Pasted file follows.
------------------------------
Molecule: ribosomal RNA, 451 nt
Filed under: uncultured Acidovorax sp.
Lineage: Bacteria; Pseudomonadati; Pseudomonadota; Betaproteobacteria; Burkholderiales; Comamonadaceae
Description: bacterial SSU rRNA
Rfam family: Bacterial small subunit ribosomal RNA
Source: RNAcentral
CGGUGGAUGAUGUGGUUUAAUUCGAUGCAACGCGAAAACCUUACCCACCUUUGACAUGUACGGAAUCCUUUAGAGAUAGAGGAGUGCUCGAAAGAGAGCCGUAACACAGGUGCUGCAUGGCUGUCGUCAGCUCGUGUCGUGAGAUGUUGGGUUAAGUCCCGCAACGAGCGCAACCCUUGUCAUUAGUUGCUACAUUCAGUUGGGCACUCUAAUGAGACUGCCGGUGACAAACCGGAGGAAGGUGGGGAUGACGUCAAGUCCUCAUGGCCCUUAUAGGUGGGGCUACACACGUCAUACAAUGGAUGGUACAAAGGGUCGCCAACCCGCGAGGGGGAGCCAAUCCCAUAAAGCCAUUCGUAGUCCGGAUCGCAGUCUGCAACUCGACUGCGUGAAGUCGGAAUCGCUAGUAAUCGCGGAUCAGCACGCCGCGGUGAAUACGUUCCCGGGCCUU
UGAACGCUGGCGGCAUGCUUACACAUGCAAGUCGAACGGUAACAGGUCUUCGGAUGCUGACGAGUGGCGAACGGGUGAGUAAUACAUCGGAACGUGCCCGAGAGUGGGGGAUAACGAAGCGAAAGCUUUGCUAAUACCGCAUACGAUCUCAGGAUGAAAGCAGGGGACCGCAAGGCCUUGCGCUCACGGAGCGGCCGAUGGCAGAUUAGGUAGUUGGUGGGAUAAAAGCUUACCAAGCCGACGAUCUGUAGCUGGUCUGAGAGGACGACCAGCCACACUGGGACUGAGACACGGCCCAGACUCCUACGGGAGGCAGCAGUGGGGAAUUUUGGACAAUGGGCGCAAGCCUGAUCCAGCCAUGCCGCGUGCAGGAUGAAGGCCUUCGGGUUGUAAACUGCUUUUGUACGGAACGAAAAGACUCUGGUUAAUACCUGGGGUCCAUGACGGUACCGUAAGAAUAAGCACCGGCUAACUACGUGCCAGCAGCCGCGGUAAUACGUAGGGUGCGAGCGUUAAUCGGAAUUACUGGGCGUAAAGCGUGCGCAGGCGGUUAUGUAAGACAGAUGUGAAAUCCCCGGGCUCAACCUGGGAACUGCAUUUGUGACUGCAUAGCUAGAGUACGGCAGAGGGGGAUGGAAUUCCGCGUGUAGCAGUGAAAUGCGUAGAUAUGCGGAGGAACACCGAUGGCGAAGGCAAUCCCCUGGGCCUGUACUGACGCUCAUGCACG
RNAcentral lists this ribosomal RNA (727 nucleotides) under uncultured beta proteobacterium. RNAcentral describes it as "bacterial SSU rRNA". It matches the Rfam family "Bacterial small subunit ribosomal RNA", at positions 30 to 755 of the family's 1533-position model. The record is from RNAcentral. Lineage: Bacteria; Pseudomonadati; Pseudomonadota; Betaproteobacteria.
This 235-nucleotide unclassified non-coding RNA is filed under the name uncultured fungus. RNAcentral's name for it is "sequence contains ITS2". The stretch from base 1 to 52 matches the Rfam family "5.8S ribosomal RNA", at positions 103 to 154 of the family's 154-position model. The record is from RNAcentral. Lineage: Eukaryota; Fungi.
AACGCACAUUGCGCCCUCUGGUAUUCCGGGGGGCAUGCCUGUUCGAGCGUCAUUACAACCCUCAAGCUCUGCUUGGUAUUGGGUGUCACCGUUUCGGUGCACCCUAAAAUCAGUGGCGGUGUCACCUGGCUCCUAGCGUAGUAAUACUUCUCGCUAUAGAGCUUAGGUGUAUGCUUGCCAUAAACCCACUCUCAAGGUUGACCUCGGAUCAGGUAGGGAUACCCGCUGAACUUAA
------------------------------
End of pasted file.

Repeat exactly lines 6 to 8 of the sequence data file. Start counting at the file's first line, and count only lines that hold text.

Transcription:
Source: RNAcentral
CGGUGGAUGAUGUGGUUUAAUUCGAUGCAACGCGAAAACCUUACCCACCUUUGACAUGUACGGAAUCCUUUAGAGAUAGAGGAGUGCUCGAAAGAGAGCCGUAACACAGGUGCUGCAUGGCUGUCGUCAGCUCGUGUCGUGAGAUGUUGGGUUAAGUCCCGCAACGAGCGCAACCCUUGUCAUUAGUUGCUACAUUCAGUUGGGCACUCUAAUGAGACUGCCGGUGACAAACCGGAGGAAGGUGGGGAUGACGUCAAGUCCUCAUGGCCCUUAUAGGUGGGGCUACACACGUCAUACAAUGGAUGGUACAAAGGGUCGCCAACCCGCGAGGGGGAGCCAAUCCCAUAAAGCCAUUCGUAGUCCGGAUCGCAGUCUGCAACUCGACUGCGUGAAGUCGGAAUCGCUAGUAAUCGCGGAUCAGCACGCCGCGGUGAAUACGUUCCCGGGCCUU
UGAACGCUGGCGGCAUGCUUACACAUGCAAGUCGAACGGUAACAGGUCUUCGGAUGCUGACGAGUGGCGAACGGGUGAGUAAUACAUCGGAACGUGCCCGAGAGUGGGGGAUAACGAAGCGAAAGCUUUGCUAAUACCGCAUACGAUCUCAGGAUGAAAGCAGGGGACCGCAAGGCCUUGCGCUCACGGAGCGGCCGAUGGCAGAUUAGGUAGUUGGUGGGAUAAAAGCUUACCAAGCCGACGAUCUGUAGCUGGUCUGAGAGGACGACCAGCCACACUGGGACUGAGACACGGCCCAGACUCCUACGGGAGGCAGCAGUGGGGAAUUUUGGACAAUGGGCGCAAGCCUGAUCCAGCCAUGCCGCGUGCAGGAUGAAGGCCUUCGGGUUGUAAACUGCUUUUGUACGGAACGAAAAGACUCUGGUUAAUACCUGGGGUCCAUGACGGUACCGUAAGAAUAAGCACCGGCUAACUACGUGCCAGCAGCCGCGGUAAUACGUAGGGUGCGAGCGUUAAUCGGAAUUACUGGGCGUAAAGCGUGCGCAGGCGGUUAUGUAAGACAGAUGUGAAAUCCCCGGGCUCAACCUGGGAACUGCAUUUGUGACUGCAUAGCUAGAGUACGGCAGAGGGGGAUGGAAUUCCGCGUGUAGCAGUGAAAUGCGUAGAUAUGCGGAGGAACACCGAUGGCGAAGGCAAUCCCCUGGGCCUGUACUGACGCUCAUGCACG